Mechanically, Halo 5 is as tight and engaging as it’s ever been, but unfortunately, both Bungie and now 343 have been hanging their hat on the gameplay for far too long. The combination of gunplay and vehicular combat is better than any other game in the medium (yeah, that includes Destiny) but the complete lack of evolution in this current franchise is disappointingly apparent. (I can’t guarantee this, as I don’t have the entire list memorized, but there doesn’t seem to be a single new addition to either the weapon or vehicle list in this entire game.)

The inclusion of co-op is a welcome one, but the limited amount of control over AI squadmates is disappointing, and there is very little you can do to interact with other human characters in a meaningful way. 343 has slight additions to the core controls — which understandably are quite precise and difficult to modify without alienating fans — in the form of a dash, clamber, and ground pound. They are by no means revolutionary (and they very clearly seem to be emulating both Titanfall and Advanced Warfare) but considering how established and expected the movement is in this series, they’re just minute enough to work without upsetting fans.

The entire multiplayer suite returns with the addition of the game’s only true new feature, an expansive new and massive multiplayer mode called Warzone. It serves as a bizarre hybrid of Halo combat and MOBA-esque mechanics that would function quite well if it weren’t built around the newly implemented requisition packs. The core loop has you attempting to claim various bases while fighting off other player characters and AI enemies. These previously mentioned REQ packs are similar to the progression system of Mass Effect 3, in that you acquire points throughout a Warzone which can then be spent on one of three-tiered card packs (or you can buy them outright with real world money, although I rarely found that a necessity).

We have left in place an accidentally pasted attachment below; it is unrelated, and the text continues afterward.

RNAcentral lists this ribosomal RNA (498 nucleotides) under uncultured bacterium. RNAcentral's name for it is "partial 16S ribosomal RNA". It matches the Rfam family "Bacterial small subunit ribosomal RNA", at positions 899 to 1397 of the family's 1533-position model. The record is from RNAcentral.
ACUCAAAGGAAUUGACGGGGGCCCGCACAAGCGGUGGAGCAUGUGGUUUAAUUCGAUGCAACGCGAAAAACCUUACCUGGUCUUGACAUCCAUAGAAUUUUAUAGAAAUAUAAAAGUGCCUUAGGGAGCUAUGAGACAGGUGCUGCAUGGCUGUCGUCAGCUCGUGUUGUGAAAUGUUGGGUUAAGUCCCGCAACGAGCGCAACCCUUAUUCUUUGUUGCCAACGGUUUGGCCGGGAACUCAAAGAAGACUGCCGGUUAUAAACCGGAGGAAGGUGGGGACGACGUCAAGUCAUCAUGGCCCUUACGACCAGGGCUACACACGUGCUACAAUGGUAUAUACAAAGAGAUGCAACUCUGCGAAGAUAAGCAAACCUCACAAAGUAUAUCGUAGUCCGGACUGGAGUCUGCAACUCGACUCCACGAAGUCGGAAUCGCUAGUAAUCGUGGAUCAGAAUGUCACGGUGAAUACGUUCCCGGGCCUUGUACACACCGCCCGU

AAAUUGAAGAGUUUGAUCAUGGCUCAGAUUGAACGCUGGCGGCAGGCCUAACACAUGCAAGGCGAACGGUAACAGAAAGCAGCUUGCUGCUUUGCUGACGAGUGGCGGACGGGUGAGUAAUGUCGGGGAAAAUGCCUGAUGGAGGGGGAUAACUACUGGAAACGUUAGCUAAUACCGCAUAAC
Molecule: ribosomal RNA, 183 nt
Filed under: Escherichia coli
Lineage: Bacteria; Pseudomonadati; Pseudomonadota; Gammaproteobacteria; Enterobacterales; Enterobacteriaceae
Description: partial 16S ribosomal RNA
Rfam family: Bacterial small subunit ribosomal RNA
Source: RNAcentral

The problem is that almost all of the in-game weapons and vehicles are unavailable unless found within a requisition pack, and the rate at which they are procured is impossibly slow. Halo is by its very nature defined by an extensive vehicle and weapon list, and not allowing those items to drop at a steady rate — especially in a massive 12v12 multiplayer mode — is ridiculous. Luckily, this can (and probably will be) quickly resolved with some minor tweaks by way of future updates. But as it stands, players are unlikely to spend any of their rare cards for fear of wasting them, which directly conflicts with what makes this series fun. If the items were produced at a more steady clip, this mode would have easily been the game’s highlight.

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So where does Halo go from here? I can’t pretend like the gameplay isn’t still incredible, but after seven similar games, a new multiplayer mode just isn’t enough to justify running to the store and spending sixty dollars. Halo is not Call of Duty; 343 is given plenty of time to experiment and evolve this series without the unreasonable demands of an annual release schedule. As such, it should be expected that the mechanics should evolve in more meaningful ways, or at the very least, the story remain consistently engaging.

With Halo 5, we’re given none of that, which as a fan of the series, is truly a letdown. That being said, the core mechanics of Halo are so specific that its developers are obligated to remain as close to the fundamentals as possible so as to not alienate fans, which unfortunately creates a rather precarious situation: does Halo change so dramatically that the fundamentals vanish or would it be safer to just put the series to bed? Maybe Halo is finally reaching its conclusion; not a narrative one but one born from an understanding that this series just can’t be pushed any further.